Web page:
State of Alaska: WIC Program Office
Phone: 907-465-3100
More information at: Alaska Division of Public Assistance

Grants for starting a food hub:

Local Food Promotion Grant 

Almost every Alaskan food hub utilized an awarded grant from the Local Food Promotion Program (LFPP) to fund the development food hubs. 

“The Local Food Promotion Program (LFPP) funds projects that develop, coordinate and expand local and regional food business enterprises that engage as intermediaries in indirect producer-to-consumer marketing to help increase access to and availability of locally and regionally produced agricultural products. Grants can be used for the planning stages of establishing or expanding a local and regional food business enterprise or to improve or expand a food business that supports locally and regionally produced agricultural products and food system infrastructure by performing feasibility studies, market research, training and technical assistance for the business enterprise and/or for producers working with the business enterprise. A 25% match is required.”

Local Food Purchase Assistance Cooperative Agreement Program (LFPA)

Local Food Purchase Assistance Cooperative Agreement Program (LFPA) uses non-competitive cooperative agreements to provide up to $900 million of American Rescue Plan (ARP) and Commodity Credit Corporation (CCC) funding for state, tribal, and territorial governments to purchase foods produced within the state or within 400 miles of the delivery destination to help support local, regional and underserved producers. The purpose of this program is to maintain and improve food and agricultural supply chain resiliency. The cooperative agreements allow the states, tribes and territories to procure and distribute local and regional foods and beverages that are healthy, nutritious, unique to their geographic areas, and that meet the needs of the population. The food will serve feeding programs, including food banks, schools, and organizations that reach underserved communities. In addition to increasing local food consumption, the funds will help build and expand economic opportunities for local and underserved producers.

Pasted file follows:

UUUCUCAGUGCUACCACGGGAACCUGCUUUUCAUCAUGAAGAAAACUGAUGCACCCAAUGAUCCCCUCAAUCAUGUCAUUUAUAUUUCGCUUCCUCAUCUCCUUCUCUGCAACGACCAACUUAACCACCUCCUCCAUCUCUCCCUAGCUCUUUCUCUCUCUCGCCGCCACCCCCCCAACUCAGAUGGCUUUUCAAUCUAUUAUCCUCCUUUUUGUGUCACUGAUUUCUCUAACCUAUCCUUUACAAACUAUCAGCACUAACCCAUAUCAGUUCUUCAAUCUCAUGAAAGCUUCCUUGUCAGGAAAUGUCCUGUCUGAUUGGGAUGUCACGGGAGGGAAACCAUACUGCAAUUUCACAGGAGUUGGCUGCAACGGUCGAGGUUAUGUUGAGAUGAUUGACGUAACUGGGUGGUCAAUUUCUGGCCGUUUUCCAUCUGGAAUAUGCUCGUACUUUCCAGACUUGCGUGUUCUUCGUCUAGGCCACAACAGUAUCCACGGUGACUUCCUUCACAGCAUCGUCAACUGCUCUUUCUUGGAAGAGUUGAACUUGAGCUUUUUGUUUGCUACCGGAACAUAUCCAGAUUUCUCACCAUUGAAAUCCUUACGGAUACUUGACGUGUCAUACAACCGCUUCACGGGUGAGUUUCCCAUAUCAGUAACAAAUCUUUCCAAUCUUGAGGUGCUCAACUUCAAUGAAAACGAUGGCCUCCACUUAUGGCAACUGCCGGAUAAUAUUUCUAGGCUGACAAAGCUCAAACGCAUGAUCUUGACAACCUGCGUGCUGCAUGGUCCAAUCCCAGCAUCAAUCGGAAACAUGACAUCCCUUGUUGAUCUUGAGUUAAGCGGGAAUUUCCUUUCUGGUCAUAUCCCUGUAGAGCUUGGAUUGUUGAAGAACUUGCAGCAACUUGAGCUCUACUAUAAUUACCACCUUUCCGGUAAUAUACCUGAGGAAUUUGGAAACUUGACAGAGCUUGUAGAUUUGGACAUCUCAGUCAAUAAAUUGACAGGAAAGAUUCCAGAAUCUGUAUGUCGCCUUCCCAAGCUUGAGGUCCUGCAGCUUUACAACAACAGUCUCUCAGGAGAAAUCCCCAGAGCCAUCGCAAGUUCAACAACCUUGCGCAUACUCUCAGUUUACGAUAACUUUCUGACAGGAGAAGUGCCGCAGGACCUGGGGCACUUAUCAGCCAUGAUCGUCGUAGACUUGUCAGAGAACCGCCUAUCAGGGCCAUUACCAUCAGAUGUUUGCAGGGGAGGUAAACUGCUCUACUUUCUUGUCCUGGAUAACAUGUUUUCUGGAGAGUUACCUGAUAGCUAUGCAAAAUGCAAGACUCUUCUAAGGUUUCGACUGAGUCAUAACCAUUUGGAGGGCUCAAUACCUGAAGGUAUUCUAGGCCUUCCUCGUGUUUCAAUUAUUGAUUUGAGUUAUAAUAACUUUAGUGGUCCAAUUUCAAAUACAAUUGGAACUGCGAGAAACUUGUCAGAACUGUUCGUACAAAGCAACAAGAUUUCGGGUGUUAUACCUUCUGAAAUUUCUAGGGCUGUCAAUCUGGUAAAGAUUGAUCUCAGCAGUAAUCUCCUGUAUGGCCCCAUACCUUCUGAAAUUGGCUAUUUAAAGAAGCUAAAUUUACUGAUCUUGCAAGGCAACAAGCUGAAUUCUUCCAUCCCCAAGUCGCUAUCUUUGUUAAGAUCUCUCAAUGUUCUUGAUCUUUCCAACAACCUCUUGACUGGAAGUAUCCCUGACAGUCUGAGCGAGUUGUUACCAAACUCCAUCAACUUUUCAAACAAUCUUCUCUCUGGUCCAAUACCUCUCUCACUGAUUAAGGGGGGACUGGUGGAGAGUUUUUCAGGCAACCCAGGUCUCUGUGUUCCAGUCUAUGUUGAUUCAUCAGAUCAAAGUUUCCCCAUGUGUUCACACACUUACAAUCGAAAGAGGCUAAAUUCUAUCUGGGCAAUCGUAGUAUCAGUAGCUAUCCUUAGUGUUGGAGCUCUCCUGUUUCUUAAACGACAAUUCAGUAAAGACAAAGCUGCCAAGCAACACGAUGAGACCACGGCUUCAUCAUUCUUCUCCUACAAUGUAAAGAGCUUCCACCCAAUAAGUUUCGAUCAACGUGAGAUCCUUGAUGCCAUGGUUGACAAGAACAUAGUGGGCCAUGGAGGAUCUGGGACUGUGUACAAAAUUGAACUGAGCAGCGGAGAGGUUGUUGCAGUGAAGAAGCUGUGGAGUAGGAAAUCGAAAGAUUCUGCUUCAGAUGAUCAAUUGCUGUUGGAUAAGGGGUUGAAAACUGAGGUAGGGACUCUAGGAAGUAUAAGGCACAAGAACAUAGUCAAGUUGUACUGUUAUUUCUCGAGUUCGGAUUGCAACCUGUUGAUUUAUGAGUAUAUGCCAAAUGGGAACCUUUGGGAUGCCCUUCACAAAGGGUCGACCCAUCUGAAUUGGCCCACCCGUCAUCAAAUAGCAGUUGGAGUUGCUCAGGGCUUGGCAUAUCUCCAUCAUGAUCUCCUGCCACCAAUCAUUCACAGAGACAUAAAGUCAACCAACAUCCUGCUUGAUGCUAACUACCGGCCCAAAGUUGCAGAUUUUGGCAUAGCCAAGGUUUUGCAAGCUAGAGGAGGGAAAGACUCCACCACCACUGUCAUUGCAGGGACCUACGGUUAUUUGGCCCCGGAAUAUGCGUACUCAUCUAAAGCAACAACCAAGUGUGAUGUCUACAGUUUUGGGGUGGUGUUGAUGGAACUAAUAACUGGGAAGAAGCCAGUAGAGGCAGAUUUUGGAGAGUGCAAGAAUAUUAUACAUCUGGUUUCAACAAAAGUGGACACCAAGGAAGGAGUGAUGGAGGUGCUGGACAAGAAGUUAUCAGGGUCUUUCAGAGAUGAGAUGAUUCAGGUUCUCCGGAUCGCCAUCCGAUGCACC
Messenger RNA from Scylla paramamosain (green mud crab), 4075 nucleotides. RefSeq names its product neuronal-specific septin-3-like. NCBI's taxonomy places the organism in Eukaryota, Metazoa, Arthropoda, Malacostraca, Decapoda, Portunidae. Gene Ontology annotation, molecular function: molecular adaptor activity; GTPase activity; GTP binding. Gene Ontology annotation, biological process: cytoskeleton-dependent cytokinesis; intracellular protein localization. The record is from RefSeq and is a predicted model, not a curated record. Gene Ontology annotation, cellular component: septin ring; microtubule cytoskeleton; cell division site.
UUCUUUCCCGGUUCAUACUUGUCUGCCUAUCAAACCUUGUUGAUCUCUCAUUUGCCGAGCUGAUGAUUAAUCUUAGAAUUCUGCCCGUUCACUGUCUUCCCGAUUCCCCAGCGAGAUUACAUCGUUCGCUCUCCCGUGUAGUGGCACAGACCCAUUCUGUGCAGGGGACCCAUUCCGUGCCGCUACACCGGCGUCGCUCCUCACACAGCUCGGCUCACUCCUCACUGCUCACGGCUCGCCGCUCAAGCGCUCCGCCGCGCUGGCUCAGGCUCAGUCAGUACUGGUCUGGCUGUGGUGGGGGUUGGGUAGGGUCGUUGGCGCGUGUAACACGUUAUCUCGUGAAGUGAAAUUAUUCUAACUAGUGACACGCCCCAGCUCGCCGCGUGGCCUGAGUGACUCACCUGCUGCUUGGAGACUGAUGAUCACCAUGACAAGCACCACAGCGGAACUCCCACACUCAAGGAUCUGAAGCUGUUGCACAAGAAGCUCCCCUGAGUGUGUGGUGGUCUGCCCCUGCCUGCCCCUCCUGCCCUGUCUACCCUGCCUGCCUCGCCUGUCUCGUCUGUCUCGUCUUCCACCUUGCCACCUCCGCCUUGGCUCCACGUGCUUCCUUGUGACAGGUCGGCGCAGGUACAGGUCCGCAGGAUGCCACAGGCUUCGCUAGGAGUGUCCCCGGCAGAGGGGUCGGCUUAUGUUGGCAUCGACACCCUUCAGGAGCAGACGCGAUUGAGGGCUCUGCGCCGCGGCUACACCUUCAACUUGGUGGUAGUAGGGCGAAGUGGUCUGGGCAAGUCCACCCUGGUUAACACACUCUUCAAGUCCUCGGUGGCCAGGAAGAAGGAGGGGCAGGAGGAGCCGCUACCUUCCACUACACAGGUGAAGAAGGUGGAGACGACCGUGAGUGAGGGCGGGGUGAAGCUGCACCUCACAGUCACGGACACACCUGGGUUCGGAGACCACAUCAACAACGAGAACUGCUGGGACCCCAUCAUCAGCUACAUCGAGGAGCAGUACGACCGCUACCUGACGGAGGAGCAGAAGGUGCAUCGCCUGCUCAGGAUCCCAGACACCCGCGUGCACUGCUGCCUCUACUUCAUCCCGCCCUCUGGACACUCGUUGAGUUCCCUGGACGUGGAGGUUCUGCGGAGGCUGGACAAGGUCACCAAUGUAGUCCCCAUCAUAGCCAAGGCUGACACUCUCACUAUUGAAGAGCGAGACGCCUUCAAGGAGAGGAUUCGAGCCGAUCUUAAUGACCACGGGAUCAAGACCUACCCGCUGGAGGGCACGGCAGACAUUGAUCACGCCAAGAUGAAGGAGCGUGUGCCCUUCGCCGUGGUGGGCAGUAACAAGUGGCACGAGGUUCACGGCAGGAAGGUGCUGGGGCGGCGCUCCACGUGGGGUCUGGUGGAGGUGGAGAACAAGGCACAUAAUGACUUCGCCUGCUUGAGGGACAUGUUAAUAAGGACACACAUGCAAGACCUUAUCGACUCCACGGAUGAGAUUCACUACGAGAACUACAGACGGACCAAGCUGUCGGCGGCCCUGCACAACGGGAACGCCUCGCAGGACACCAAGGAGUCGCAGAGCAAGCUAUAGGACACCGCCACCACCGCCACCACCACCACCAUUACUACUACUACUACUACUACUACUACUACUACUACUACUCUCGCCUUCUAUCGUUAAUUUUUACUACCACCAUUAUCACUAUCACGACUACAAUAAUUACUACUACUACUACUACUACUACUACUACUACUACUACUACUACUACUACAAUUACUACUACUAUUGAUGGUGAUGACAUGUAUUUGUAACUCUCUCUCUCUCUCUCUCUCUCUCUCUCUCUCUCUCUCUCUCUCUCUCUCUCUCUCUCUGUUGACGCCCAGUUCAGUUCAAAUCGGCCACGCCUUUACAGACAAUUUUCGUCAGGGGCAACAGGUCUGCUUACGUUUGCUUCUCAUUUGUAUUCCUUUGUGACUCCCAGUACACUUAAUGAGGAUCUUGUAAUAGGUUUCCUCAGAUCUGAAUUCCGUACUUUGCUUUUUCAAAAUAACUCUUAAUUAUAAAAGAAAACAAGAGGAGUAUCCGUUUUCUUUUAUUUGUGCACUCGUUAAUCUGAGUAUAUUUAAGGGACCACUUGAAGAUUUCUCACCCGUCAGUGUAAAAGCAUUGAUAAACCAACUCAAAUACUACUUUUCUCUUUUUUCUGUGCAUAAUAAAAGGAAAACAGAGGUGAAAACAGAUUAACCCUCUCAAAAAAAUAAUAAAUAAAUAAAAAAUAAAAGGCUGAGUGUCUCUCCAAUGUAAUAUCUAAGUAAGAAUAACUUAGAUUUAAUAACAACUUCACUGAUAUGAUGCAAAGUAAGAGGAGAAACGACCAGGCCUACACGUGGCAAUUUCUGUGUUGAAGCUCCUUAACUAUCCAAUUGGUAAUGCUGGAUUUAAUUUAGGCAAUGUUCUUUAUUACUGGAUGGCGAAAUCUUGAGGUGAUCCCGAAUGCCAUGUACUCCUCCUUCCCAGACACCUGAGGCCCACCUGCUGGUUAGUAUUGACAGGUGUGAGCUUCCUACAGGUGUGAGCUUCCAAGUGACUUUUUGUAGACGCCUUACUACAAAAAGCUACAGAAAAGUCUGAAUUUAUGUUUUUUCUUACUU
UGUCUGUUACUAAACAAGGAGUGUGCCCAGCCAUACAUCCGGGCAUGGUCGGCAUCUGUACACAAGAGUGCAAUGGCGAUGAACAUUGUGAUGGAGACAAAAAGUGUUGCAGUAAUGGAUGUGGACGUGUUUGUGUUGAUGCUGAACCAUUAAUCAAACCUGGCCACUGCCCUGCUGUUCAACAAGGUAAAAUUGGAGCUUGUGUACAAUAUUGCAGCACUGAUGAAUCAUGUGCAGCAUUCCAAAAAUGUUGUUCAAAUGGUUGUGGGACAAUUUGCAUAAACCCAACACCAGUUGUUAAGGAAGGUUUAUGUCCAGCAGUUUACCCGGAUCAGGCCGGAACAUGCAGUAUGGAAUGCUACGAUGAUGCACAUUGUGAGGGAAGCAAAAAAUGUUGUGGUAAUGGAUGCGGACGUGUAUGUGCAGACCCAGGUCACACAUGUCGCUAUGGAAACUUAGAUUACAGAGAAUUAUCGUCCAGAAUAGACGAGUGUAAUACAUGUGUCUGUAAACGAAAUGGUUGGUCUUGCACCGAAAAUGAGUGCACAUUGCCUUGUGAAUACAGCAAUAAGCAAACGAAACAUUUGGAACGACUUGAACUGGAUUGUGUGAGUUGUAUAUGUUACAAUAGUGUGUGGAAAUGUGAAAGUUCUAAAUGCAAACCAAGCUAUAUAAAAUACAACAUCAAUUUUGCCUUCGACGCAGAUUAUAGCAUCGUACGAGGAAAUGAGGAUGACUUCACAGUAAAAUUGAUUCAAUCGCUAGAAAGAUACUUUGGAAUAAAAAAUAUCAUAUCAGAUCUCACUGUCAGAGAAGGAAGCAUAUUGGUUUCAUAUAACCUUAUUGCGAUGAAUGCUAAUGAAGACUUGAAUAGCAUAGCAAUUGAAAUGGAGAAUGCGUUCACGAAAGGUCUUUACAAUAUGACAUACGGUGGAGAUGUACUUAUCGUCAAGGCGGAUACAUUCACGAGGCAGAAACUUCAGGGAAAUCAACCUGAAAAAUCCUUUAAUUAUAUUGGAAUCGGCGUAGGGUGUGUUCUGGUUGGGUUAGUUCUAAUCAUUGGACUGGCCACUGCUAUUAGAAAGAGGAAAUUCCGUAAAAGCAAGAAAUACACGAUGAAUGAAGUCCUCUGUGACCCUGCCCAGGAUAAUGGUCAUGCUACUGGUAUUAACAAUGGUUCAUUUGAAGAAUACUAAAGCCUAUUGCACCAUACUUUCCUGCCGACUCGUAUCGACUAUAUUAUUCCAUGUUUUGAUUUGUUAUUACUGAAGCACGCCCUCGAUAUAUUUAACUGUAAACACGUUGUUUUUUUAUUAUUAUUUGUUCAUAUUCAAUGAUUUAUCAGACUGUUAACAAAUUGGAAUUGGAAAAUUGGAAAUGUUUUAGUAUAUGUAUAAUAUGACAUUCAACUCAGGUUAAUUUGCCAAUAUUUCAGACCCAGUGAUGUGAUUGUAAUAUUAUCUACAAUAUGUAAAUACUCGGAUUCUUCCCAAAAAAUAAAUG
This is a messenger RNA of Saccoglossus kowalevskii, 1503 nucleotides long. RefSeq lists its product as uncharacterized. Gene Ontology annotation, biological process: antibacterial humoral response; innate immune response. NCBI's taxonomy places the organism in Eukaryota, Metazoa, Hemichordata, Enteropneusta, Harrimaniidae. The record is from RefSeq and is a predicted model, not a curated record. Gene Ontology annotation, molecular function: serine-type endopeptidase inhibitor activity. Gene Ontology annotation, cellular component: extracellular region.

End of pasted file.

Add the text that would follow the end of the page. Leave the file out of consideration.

Some of the food hubs in Alaska utilize this program to help purchase locally grown and produced foods from farmers in Alaska.  For example, the Qik’rtaq Food Hub, which includes six geographically isolated villages and Steven’s Village tribal buffalo ranch, will use these funds to support the growth of regional farming through pilot programs to provide distribution to small villages and tribes in their areas.  LFPA partners local farmers, village and tribal farms, and ranches with local distribution to those in their communities that do not geographically or financially have access to local fresh foods.